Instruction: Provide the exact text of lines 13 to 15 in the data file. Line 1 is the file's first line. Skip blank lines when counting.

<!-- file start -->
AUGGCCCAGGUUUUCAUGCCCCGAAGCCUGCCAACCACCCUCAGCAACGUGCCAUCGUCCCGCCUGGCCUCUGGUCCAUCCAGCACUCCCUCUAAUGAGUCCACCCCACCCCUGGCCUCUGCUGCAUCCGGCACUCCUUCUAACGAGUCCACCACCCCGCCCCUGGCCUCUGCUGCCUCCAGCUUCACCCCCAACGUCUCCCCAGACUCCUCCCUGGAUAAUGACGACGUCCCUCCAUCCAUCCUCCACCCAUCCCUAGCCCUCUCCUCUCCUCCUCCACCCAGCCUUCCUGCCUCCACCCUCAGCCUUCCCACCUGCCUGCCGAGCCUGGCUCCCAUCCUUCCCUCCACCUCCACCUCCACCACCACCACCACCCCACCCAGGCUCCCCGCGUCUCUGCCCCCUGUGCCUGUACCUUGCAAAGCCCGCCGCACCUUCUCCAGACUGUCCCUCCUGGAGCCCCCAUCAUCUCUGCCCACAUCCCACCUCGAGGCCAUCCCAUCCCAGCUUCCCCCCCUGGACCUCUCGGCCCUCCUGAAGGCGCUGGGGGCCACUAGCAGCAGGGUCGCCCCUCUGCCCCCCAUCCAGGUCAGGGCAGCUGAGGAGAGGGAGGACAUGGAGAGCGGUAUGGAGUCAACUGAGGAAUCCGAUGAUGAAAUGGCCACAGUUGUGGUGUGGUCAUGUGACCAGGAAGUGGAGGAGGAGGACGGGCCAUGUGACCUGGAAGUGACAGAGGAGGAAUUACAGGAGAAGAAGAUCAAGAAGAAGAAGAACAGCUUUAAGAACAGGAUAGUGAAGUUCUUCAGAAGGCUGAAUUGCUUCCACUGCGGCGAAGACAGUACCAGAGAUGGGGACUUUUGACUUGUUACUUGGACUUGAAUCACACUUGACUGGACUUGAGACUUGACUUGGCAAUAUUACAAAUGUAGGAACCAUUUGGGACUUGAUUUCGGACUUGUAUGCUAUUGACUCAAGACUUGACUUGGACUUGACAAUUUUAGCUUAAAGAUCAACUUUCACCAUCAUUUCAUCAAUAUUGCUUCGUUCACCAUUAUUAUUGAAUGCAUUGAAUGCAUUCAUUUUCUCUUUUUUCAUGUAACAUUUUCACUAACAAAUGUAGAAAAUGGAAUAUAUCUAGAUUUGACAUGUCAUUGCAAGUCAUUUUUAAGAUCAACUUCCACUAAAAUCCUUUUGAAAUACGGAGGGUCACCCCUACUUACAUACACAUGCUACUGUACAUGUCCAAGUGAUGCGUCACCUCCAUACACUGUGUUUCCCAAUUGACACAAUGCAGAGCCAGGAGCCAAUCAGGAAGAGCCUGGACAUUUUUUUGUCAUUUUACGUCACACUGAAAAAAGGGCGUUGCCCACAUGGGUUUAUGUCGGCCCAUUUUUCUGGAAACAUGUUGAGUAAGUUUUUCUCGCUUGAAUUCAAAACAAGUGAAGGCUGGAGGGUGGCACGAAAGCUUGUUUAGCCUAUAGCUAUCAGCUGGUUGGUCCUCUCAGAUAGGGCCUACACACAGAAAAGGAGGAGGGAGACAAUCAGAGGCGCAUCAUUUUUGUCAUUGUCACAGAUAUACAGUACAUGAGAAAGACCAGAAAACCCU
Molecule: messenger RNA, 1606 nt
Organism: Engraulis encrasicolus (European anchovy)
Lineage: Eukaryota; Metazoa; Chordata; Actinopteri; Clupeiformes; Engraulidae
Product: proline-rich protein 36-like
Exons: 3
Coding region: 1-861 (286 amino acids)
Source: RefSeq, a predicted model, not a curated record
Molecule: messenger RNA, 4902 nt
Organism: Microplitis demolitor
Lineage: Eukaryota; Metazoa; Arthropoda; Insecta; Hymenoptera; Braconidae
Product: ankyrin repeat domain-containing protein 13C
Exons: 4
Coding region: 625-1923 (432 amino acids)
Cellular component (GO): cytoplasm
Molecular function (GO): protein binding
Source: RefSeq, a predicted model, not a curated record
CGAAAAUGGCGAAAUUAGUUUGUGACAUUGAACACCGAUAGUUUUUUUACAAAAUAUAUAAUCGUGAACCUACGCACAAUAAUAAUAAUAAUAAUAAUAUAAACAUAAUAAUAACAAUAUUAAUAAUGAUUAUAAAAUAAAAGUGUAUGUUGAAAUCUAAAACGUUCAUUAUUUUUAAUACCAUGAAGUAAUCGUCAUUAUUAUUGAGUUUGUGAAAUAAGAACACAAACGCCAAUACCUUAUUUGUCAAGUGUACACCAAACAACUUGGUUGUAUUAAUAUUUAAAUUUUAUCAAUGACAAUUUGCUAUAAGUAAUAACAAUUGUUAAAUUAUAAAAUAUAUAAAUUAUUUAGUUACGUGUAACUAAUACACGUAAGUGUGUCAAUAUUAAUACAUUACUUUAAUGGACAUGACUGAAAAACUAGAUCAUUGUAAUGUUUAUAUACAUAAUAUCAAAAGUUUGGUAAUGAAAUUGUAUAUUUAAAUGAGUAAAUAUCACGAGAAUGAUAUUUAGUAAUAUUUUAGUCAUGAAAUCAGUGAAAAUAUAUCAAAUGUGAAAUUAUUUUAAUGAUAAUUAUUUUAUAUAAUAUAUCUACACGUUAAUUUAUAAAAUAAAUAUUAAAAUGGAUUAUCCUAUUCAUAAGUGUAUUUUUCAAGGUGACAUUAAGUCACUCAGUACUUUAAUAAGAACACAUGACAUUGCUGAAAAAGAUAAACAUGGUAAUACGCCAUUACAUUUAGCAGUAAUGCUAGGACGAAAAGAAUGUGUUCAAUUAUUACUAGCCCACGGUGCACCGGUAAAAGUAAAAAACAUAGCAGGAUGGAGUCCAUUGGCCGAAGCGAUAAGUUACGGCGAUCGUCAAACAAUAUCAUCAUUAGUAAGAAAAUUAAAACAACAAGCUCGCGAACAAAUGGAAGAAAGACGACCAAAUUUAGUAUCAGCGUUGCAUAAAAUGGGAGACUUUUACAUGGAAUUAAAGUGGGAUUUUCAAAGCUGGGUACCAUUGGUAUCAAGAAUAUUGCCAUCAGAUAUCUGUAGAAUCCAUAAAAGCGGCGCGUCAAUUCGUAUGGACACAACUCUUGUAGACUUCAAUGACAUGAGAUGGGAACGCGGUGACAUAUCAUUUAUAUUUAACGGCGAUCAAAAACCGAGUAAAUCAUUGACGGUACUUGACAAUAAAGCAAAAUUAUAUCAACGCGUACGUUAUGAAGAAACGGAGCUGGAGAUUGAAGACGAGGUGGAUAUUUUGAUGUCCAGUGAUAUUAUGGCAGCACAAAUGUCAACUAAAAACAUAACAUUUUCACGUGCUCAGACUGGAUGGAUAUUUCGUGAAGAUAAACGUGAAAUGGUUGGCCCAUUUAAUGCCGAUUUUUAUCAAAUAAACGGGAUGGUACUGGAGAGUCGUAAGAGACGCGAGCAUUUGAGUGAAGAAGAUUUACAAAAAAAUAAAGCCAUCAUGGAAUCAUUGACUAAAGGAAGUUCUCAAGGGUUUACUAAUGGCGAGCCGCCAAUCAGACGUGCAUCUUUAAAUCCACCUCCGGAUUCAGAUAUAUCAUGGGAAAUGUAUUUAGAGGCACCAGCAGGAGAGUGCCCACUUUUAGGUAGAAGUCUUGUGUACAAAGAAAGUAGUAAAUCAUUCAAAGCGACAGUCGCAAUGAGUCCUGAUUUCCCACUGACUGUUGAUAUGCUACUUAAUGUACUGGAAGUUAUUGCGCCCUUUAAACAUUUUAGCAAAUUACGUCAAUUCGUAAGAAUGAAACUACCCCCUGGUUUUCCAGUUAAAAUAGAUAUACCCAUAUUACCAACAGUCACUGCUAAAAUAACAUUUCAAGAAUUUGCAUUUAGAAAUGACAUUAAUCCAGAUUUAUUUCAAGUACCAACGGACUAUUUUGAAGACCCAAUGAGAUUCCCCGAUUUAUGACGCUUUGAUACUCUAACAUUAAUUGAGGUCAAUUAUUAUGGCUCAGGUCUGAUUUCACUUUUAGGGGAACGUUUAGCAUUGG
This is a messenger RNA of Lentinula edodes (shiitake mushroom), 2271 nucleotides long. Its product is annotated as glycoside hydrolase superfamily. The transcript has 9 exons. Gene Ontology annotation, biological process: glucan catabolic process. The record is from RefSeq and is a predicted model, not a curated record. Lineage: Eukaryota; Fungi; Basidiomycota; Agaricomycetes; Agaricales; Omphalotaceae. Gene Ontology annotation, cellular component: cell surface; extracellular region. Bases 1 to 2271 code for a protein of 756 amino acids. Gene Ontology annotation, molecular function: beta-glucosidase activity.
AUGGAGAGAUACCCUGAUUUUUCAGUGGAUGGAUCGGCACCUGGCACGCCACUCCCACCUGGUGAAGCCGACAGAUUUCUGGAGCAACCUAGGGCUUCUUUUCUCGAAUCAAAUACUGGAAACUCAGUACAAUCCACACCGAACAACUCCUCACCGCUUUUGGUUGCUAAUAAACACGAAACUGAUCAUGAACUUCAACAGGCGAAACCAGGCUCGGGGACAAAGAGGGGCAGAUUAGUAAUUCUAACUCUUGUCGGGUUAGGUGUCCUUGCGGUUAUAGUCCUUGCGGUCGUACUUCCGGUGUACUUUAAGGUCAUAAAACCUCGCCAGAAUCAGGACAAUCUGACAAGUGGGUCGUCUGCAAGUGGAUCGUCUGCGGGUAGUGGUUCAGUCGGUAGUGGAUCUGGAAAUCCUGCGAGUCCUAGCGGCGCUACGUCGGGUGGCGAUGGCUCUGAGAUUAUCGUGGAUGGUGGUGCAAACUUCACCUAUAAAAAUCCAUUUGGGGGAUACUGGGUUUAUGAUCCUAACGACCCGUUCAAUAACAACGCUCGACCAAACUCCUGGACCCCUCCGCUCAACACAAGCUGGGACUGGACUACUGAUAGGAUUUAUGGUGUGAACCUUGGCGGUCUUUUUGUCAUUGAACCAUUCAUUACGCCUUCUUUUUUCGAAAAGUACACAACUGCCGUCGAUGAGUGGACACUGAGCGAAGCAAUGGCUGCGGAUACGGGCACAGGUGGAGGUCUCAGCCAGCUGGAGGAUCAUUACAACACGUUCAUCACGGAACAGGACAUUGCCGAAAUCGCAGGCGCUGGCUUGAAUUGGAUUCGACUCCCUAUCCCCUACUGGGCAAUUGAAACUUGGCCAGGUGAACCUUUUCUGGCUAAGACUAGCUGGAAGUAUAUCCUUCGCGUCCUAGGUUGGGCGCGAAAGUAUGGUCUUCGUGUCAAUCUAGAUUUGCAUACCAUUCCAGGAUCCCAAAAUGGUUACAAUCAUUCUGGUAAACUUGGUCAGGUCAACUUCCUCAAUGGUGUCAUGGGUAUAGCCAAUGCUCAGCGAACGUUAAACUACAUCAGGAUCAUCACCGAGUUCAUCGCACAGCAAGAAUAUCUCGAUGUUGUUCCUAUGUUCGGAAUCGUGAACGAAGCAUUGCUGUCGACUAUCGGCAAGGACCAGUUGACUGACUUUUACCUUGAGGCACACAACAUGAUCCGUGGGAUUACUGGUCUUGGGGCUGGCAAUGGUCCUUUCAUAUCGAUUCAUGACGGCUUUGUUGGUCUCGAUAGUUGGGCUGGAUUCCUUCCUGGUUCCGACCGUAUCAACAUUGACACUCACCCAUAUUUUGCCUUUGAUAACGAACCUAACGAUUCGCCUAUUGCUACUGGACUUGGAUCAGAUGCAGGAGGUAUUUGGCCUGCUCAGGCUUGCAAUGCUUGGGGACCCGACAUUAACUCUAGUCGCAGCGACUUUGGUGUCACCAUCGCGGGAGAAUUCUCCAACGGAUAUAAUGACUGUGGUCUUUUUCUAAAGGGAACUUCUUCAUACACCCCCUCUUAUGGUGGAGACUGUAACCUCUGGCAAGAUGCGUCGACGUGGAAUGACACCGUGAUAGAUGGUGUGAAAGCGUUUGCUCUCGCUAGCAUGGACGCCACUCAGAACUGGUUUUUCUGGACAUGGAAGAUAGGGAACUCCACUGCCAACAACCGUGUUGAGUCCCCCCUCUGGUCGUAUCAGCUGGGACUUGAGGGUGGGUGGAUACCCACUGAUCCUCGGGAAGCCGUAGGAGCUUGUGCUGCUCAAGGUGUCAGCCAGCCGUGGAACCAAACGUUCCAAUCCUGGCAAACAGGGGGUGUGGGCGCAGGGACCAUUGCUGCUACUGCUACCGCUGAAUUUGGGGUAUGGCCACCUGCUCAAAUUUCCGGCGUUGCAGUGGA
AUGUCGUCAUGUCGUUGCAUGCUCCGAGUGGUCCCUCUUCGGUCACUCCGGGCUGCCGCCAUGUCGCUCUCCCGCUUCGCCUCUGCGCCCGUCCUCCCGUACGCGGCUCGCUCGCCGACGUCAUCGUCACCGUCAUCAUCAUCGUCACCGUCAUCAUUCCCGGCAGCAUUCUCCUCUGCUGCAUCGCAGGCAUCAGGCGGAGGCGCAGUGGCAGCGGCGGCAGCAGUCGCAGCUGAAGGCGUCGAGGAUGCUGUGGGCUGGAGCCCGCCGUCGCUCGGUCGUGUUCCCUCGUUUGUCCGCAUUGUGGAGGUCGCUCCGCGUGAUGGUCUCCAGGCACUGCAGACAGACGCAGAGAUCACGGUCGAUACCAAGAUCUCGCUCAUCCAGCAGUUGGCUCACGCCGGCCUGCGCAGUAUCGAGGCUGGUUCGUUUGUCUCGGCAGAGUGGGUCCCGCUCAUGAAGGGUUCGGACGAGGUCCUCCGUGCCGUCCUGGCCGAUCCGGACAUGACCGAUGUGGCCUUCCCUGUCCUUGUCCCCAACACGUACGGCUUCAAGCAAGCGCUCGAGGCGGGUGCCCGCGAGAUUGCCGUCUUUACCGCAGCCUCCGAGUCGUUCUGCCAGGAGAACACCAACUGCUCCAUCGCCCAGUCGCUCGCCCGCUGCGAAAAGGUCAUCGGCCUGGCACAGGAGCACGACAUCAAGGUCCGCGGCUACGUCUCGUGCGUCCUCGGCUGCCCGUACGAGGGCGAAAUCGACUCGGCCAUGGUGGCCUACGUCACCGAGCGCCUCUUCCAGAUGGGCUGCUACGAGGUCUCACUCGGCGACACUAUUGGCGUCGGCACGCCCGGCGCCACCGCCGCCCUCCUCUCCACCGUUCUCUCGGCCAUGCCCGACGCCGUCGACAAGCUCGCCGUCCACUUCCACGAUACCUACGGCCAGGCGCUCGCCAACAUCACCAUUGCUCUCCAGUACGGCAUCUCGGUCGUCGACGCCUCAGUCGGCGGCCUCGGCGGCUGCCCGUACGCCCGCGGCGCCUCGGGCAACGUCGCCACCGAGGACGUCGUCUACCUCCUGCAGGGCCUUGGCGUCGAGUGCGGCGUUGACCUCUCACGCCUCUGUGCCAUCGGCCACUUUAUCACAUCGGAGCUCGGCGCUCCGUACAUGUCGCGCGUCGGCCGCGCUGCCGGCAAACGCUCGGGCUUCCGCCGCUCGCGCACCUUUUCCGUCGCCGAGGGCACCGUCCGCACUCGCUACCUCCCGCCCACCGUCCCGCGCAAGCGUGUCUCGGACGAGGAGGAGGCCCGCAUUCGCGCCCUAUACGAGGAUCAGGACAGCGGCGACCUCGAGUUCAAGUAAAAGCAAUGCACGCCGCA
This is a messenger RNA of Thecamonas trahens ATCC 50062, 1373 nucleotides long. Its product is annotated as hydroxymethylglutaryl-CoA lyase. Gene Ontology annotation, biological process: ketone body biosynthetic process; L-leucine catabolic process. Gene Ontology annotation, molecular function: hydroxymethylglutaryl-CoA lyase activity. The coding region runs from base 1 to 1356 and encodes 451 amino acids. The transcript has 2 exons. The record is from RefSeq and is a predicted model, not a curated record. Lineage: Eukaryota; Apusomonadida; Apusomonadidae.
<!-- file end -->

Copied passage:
Exons: 4
Coding region: 625-1923 (432 amino acids)
Cellular component (GO): cytoplasm